Rachel's 'Bachelorette' Season Will Prove The Idea Career-Focused Women Can't Find Love Is Total BS
ABC
Share

In case you haven't heard: Rachel Lindsay is the next Bachelorette, and people (understandably) can't stop talking about it. She's the iconic franchise's first African-American leading lady, and that fact alone makes her an epic, historic pick. Though I could talk forever about the importance of finally casting a black Bachelorette, her race isn't the only thing that makes her a standout choice for the title. The 31-year-old Dallas native is also a career-driven, super-educated lawyer — and her stint as the Bachelorette will undoubtedly be inspirational for other ambitious women who, like Rachel, might have put love on hold to build a career.

Though fans weren't necessarily thrilled about the current Bachelor season being spoiled by the announcement, already, many members of Bachelor Nation have voiced their support of Rachel as the Season 13 Bachelorette. Even (or perhaps especially) on reality TV, representation matters, and the fact that a career-oriented, over-30, woman of color will take the spotlight on a notoriously non-diverse franchise speaks volumes. It's clear that tons of viewers are captivated by her charm, intelligence, and genuine desire to find a husband after focusing on her career for so long — and that they relate to her and hope she succeeds in finding love.

Rachel Represents The Delayed Marriage Trend

More traditional folks might think women need to choose between building a career or building a family — but Millennial women are flipping the script, and going after both professional and romantic success.

“In a love relationship, an ambitious women is clear about what she does and does not want out of a relationship,” psychologist and dating experts, Nikki Martinez tells Bustle. “She knows the qualities that she is and is not looking for, and she is not afraid to ask for them, or walk away.”

Being a high-achiever doesn't mean you can't have a fulfilling love life: According to the 2017 Match Singles in America study, 47 percent of "high-achieving women" had dated in the last year, and 41 percent had had sex, which proves that not all high-powered career ladies are walking stereotypes of lonely, bitter spinsters who are "too busy" to date.

Millennials are delaying marriage more and more, and it's no longer out of the norm for a woman to make it to her 30s without getting hitched.

Although Rachel has publicly said that one of her biggest regrets is focusing too much on her career, it's total BS for her — or any woman — to believe that she can't have a kickass career and a serious, loving relationship. Rachel's hardly the only person who's put work first: Millennials are delaying marriage more and more, and it's no longer out of the norm for a woman to make it to her 30s without getting hitched. And heck, at 36, Nick Viall is one of the older Bachelors, so it's clear that the franchise understands the marrying-later trend (even though there are still plenty of early-20s contestants).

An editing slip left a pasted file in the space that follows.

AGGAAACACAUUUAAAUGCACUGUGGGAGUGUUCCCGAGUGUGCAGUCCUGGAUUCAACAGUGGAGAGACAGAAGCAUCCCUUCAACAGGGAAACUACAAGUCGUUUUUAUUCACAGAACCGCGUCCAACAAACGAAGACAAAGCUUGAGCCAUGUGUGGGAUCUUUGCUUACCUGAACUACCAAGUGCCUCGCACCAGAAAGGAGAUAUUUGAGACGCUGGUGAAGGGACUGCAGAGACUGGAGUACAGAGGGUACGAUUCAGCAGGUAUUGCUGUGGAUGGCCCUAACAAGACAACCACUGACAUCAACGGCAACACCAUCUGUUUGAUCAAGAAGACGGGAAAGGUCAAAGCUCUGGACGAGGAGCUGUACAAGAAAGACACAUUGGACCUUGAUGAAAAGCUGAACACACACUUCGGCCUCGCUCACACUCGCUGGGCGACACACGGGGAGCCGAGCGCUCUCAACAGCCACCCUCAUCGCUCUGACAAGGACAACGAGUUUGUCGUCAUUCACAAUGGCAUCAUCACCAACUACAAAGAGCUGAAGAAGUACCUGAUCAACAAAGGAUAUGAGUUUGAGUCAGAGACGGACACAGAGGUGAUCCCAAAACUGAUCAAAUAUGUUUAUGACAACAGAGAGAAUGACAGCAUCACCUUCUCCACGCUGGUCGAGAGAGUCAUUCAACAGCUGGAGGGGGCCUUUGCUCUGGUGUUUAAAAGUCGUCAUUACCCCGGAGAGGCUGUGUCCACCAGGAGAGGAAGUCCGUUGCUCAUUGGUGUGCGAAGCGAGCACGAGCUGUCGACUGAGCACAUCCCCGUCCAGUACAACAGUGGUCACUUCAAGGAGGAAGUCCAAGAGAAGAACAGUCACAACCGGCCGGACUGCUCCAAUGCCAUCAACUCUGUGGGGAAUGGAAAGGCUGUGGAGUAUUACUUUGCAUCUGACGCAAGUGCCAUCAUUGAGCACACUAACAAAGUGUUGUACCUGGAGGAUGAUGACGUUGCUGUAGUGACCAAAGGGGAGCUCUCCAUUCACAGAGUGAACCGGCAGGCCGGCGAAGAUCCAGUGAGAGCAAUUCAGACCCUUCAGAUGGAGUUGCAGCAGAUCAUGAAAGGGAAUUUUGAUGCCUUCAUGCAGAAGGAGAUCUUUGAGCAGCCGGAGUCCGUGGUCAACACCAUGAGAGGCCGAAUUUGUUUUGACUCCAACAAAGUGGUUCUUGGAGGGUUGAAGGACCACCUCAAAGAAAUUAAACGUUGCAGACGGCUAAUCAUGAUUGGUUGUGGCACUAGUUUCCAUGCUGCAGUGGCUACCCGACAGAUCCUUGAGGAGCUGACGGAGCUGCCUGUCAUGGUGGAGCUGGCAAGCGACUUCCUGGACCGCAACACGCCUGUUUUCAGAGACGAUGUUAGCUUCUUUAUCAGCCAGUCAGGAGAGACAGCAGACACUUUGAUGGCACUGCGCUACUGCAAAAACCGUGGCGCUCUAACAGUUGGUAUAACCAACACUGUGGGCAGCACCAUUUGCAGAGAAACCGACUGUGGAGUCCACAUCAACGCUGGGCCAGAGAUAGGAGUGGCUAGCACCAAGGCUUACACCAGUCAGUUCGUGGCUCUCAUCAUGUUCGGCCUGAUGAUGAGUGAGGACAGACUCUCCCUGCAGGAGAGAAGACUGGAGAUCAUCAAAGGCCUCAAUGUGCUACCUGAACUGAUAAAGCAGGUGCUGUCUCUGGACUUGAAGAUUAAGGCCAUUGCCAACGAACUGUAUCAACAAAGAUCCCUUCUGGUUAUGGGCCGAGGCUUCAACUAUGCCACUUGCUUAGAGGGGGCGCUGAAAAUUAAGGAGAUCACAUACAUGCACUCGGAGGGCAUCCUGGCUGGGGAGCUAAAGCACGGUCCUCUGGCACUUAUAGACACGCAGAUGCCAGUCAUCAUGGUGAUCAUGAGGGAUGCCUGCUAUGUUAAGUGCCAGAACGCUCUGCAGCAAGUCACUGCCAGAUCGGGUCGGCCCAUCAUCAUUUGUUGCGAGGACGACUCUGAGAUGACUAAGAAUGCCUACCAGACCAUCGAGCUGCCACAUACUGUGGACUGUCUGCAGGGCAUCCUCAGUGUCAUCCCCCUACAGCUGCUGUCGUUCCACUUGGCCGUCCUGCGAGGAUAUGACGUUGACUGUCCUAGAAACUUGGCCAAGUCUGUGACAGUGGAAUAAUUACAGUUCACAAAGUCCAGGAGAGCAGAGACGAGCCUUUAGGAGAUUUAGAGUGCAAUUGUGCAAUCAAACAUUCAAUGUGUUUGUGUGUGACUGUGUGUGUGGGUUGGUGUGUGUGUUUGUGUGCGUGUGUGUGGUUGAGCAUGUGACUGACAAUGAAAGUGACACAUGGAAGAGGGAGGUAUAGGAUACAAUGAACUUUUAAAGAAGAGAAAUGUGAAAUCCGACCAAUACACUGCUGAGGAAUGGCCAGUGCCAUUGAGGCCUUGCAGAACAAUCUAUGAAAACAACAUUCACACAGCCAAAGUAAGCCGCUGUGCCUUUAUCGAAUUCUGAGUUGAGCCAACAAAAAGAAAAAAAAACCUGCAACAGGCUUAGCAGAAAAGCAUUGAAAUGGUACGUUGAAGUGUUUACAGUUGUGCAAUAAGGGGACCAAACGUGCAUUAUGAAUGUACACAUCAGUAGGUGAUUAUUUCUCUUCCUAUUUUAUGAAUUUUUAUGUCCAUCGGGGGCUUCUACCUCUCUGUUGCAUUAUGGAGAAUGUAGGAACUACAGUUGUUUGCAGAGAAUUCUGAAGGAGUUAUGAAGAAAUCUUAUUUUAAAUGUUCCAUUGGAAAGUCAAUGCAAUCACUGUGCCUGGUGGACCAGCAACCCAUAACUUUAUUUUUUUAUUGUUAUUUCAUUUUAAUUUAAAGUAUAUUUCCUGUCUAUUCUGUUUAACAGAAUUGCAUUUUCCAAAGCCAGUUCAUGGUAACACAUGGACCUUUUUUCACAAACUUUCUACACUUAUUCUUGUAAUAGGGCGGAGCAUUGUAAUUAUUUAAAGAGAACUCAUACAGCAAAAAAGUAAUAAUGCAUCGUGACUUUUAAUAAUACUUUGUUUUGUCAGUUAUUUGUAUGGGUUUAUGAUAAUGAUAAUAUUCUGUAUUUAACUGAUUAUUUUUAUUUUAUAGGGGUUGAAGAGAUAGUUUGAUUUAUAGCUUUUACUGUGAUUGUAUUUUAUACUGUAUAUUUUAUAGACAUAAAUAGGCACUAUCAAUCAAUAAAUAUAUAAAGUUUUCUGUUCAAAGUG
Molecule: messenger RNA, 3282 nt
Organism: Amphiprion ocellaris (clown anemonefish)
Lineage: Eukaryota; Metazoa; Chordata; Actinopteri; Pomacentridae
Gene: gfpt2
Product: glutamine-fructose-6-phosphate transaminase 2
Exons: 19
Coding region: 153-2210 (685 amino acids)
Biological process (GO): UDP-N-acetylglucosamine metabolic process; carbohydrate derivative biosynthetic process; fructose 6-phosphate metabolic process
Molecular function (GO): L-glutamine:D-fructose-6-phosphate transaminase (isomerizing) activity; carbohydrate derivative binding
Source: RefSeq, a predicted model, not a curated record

Career-Oriented Women Can Have It All

But just because Millennials want to find professional success and financial security before settling down doesn't mean they don't still desire love. In fact, in a 2016 VICE study, 31 percent of single Millennials said their biggest fear is never finding love. Throughout this season of The Bachelor, Rachel has been forthcoming about feeling that exact same fear, which is undoubtedly refreshing for viewers in a similar situation. Rachel is only the second lawyer-Bachelorette in the show's history (the first being Andi Dorfman, of course), and it's definitely reassuring to have such a go-getter in the spotlight.

When it comes to dating and relationships, there's no one "right" time to decide you want to settle down.

Naturally, producers would want to cast a leading lady who's a reflection of the viewers — the more relatable the star, the betting the ratings — so it's nice that the franchise is getting in touch with the love and dating trends of a huge chunk of their audience.

Even if you're younger or less professionally established than Rachel, watching her journey to find love will no doubt be relatable and endearing. When it comes to dating and relationships, there's no one "right" time to decide you want to settle down.

If you want to embrace your independence and get your sh*t together before you even think about finding a significant other, then that's your prerogative — same goes for anyone who can juggle both a love life and a killer career. No matter what your personal dating policy is, I think all of Bachelor Nation can agree that someone as successful and ambitious as Rachel deserves this chance to fulfill her romantic dreams and finally have it all — like so many Millennial women desire.